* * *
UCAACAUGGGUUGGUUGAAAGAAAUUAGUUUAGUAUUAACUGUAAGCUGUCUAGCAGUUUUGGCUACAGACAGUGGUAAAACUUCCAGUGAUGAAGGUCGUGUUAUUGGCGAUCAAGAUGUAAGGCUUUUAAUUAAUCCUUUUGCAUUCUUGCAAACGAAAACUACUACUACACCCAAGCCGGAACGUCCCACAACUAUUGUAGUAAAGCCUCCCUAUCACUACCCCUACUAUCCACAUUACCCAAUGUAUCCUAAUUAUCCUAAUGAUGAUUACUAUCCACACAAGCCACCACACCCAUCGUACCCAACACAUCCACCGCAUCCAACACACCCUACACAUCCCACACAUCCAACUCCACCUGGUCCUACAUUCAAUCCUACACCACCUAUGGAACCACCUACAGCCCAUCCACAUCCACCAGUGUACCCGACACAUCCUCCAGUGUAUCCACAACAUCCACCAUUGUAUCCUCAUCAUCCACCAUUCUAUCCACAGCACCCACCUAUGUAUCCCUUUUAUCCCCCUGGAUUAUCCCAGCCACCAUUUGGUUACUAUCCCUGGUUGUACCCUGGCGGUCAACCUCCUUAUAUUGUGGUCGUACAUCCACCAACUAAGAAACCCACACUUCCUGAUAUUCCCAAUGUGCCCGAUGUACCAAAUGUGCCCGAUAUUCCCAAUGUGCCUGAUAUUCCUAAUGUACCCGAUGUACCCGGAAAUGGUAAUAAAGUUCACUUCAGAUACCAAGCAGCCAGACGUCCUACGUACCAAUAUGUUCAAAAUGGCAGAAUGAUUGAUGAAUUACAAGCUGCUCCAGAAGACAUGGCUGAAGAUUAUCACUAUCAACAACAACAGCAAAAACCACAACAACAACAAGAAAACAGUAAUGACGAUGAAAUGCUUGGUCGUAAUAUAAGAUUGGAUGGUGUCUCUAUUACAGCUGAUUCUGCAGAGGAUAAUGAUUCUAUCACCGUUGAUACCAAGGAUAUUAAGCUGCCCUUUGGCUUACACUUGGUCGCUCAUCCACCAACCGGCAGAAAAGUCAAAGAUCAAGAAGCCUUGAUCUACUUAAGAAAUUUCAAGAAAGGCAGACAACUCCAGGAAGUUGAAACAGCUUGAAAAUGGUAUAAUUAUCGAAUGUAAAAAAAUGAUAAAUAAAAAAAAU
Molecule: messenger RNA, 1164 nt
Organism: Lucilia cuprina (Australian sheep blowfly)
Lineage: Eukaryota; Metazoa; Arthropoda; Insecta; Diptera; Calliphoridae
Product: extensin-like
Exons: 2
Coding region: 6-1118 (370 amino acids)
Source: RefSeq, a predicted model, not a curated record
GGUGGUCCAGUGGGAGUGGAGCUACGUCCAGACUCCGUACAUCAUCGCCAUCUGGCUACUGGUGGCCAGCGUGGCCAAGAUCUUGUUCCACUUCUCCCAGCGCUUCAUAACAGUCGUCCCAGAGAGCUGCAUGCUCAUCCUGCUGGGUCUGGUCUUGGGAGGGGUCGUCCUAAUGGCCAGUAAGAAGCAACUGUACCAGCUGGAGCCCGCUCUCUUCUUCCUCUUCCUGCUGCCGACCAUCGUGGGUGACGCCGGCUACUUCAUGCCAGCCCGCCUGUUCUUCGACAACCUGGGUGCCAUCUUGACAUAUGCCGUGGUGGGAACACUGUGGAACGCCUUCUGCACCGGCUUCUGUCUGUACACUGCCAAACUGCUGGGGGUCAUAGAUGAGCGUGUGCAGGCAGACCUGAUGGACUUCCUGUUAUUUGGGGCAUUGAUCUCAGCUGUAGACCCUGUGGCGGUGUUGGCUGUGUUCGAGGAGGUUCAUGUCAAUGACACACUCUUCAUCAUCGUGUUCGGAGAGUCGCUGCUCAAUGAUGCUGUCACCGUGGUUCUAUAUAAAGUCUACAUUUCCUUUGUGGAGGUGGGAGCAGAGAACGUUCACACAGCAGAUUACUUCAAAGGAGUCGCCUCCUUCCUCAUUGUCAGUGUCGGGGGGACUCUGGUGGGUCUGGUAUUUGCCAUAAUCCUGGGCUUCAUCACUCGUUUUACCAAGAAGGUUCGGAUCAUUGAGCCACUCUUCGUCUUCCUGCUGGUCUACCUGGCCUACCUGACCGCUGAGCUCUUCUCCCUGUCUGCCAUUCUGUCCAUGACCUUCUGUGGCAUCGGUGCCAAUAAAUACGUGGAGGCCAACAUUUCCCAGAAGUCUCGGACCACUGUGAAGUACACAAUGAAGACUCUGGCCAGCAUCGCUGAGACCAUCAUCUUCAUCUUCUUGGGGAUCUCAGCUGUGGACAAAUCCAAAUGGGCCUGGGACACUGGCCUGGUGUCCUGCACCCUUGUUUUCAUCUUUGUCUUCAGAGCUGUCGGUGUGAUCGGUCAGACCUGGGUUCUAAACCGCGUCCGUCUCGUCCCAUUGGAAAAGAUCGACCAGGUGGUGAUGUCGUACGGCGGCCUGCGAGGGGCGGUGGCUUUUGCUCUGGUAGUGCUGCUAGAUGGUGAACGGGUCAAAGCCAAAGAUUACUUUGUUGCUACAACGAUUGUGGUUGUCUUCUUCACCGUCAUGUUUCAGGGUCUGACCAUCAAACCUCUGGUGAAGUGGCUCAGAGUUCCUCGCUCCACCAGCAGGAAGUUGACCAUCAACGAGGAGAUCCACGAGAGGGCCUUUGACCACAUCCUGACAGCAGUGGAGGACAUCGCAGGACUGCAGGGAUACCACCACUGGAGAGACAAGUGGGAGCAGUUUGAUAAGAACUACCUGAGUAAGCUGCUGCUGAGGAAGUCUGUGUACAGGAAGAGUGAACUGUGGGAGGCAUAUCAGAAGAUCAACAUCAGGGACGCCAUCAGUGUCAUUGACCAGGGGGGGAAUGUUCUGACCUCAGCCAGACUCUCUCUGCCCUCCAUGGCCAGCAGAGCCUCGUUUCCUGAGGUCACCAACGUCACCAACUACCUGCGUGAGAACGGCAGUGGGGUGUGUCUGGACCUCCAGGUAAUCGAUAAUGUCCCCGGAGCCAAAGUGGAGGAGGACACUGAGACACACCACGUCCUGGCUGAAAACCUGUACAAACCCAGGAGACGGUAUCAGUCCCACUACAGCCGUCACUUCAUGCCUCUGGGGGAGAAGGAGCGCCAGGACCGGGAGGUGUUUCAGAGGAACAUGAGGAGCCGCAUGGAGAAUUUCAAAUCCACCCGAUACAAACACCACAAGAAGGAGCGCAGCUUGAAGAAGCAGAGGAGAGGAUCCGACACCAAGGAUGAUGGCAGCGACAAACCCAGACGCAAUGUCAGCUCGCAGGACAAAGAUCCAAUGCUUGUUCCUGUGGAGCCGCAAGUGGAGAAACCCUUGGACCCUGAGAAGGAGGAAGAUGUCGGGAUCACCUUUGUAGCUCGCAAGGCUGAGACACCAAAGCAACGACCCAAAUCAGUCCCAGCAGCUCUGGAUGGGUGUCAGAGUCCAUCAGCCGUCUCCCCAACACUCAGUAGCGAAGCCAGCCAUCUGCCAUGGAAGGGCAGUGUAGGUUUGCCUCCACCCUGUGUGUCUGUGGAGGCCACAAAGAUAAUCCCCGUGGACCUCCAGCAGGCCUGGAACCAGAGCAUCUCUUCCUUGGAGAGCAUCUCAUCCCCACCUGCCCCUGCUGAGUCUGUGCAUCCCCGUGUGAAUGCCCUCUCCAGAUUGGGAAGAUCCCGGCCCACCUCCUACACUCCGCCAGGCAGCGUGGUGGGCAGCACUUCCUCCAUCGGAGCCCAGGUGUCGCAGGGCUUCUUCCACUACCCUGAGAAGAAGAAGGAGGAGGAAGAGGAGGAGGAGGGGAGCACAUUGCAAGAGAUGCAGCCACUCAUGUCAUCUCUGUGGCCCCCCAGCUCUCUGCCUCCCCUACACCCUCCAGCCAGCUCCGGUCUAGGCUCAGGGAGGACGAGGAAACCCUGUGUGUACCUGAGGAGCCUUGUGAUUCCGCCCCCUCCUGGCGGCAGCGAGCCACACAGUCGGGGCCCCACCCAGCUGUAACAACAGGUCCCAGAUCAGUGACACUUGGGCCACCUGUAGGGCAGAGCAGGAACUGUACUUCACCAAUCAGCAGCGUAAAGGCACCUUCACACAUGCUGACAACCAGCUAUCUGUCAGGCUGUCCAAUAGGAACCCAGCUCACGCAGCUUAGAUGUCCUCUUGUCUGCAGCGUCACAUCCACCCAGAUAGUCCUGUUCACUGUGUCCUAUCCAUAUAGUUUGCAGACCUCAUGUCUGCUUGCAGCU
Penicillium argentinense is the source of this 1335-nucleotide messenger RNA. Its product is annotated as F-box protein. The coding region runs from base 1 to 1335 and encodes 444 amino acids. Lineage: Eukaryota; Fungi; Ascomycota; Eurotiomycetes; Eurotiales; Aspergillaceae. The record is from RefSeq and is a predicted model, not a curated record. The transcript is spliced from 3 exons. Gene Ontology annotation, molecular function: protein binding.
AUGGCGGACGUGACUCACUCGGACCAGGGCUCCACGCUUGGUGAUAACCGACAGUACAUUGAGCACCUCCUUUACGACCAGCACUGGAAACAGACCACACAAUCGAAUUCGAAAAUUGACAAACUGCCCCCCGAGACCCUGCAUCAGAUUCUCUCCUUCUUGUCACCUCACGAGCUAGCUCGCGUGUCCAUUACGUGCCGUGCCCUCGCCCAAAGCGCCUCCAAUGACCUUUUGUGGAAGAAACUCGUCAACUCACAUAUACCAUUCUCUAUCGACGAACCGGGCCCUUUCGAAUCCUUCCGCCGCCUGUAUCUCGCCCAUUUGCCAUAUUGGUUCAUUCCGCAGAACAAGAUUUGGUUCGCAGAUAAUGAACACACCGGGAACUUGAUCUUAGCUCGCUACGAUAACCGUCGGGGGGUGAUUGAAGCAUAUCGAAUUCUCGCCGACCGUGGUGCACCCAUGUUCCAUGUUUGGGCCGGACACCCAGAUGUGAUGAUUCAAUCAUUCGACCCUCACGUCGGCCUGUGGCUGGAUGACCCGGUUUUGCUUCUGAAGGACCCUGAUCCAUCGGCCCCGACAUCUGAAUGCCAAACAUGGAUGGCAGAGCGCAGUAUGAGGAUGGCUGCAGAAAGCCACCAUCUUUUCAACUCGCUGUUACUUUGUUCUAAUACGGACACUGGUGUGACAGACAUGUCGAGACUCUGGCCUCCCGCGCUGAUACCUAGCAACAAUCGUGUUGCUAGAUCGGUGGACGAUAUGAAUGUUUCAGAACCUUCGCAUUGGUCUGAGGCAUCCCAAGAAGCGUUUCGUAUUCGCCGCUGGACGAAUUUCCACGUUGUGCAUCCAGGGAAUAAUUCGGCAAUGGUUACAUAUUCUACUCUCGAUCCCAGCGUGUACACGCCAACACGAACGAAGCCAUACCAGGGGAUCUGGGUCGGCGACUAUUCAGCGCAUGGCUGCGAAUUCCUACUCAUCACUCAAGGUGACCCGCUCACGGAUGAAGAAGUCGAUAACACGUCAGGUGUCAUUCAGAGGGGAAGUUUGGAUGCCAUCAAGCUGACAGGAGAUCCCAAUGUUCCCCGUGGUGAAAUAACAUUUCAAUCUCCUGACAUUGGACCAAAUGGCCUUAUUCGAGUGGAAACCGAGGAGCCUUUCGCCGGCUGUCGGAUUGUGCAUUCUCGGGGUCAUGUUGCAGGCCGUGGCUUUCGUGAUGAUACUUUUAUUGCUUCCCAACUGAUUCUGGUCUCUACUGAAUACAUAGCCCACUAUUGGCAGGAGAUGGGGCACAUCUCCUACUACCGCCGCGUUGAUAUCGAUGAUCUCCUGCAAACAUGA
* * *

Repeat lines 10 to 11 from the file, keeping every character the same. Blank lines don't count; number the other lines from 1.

Penicillium argentinense is the source of this 1335-nucleotide messenger RNA. Its product is annotated as F-box protein. The coding region runs from base 1 to 1335 and encodes 444 amino acids. Lineage: Eukaryota; Fungi; Ascomycota; Eurotiomycetes; Eurotiales; Aspergillaceae. The record is from RefSeq and is a predicted model, not a curated record. The transcript is spliced from 3 exons. Gene Ontology annotation, molecular function: protein binding.
AUGGCGGACGUGACUCACUCGGACCAGGGCUCCACGCUUGGUGAUAACCGACAGUACAUUGAGCACCUCCUUUACGACCAGCACUGGAAACAGACCACACAAUCGAAUUCGAAAAUUGACAAACUGCCCCCCGAGACCCUGCAUCAGAUUCUCUCCUUCUUGUCACCUCACGAGCUAGCUCGCGUGUCCAUUACGUGCCGUGCCCUCGCCCAAAGCGCCUCCAAUGACCUUUUGUGGAAGAAACUCGUCAACUCACAUAUACCAUUCUCUAUCGACGAACCGGGCCCUUUCGAAUCCUUCCGCCGCCUGUAUCUCGCCCAUUUGCCAUAUUGGUUCAUUCCGCAGAACAAGAUUUGGUUCGCAGAUAAUGAACACACCGGGAACUUGAUCUUAGCUCGCUACGAUAACCGUCGGGGGGUGAUUGAAGCAUAUCGAAUUCUCGCCGACCGUGGUGCACCCAUGUUCCAUGUUUGGGCCGGACACCCAGAUGUGAUGAUUCAAUCAUUCGACCCUCACGUCGGCCUGUGGCUGGAUGACCCGGUUUUGCUUCUGAAGGACCCUGAUCCAUCGGCCCCGACAUCUGAAUGCCAAACAUGGAUGGCAGAGCGCAGUAUGAGGAUGGCUGCAGAAAGCCACCAUCUUUUCAACUCGCUGUUACUUUGUUCUAAUACGGACACUGGUGUGACAGACAUGUCGAGACUCUGGCCUCCCGCGCUGAUACCUAGCAACAAUCGUGUUGCUAGAUCGGUGGACGAUAUGAAUGUUUCAGAACCUUCGCAUUGGUCUGAGGCAUCCCAAGAAGCGUUUCGUAUUCGCCGCUGGACGAAUUUCCACGUUGUGCAUCCAGGGAAUAAUUCGGCAAUGGUUACAUAUUCUACUCUCGAUCCCAGCGUGUACACGCCAACACGAACGAAGCCAUACCAGGGGAUCUGGGUCGGCGACUAUUCAGCGCAUGGCUGCGAAUUCCUACUCAUCACUCAAGGUGACCCGCUCACGGAUGAAGAAGUCGAUAACACGUCAGGUGUCAUUCAGAGGGGAAGUUUGGAUGCCAUCAAGCUGACAGGAGAUCCCAAUGUUCCCCGUGGUGAAAUAACAUUUCAAUCUCCUGACAUUGGACCAAAUGGCCUUAUUCGAGUGGAAACCGAGGAGCCUUUCGCCGGCUGUCGGAUUGUGCAUUCUCGGGGUCAUGUUGCAGGCCGUGGCUUUCGUGAUGAUACUUUUAUUGCUUCCCAACUGAUUCUGGUCUCUACUGAAUACAUAGCCCACUAUUGGCAGGAGAUGGGGCACAUCUCCUACUACCGCCGCGUUGAUAUCGAUGAUCUCCUGCAAACAUGA